Tuesday, May 31, 2016

Nurses: Uniforms and Scrubs

Above is the old image of a nurse - female, white uniform and cap.  Nurses, of course, haven't looked like that for a long time now.  In the United States and the UK, for example, about 10 per cent of nurses are male.  A 2013 study for the U.S. Census Bureau reported that the number of males in the profession has more than tripled since the 1970s.

An increasing number on males are becoming nurses

The image of nurses has undergone a major transformation over the years.  Think of  Florence Nightingale (1820-1910), the founder of modern nursing, or Cherry Ames, the main character in a series hospital mystery novels published between 1943 and 1968.  Nightingale and the fictional Cherry Ames, bear scant resemblance to today's nurses. Although today's nurses are just as dedicated, they certainly have a different appearance.

Florence Nighingale

Cherry Anes

It is highly unlikely that nurses are ever going to revert to wearing all-white uniforms. The main reason is that most nurses don't want to wear the traditional uniforms. They argue that white uniforms stain more easily and are more expensive to clean.  In addition, they are not suited to the increasing number of males in the nursing profession. Scrubs are preferred because they are considered more comfortable and more practical.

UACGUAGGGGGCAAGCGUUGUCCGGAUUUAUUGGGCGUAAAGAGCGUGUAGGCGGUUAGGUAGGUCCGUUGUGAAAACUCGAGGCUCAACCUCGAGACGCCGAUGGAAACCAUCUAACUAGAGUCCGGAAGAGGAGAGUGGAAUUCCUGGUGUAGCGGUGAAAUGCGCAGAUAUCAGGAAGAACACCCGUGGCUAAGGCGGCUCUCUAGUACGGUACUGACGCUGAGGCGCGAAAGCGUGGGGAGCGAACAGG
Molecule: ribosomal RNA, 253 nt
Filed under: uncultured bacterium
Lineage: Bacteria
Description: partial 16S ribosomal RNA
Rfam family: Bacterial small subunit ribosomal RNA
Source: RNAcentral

However, the absence of white uniforms has created some difficulty and also some discombobulation. Identifying nurses has become far more problematic for hospital patients and visitors  It is not often easy to distinguish them from doctors, lab technicians and other medical personnel in hospitals.  They all seem to be wearing scrubs. Perplexed patients are frequently left wondering which person in scrubs is a nurse.  I underwent a surgical procedure last summer and found it quite a challenge to identify the nurses.

Here is my point.  In order to avoid confusion, there should be a clearer way to identify and distinguish nurses.  Name tags don't really solve the problem.  They are not easy to read from a distance, especially for those of us with poor eyesight.  It is evident that nurses require some type of identifying feature, or perhaps they could wear comfortable non-white uniforms.  There has to be a better way.

- Joanne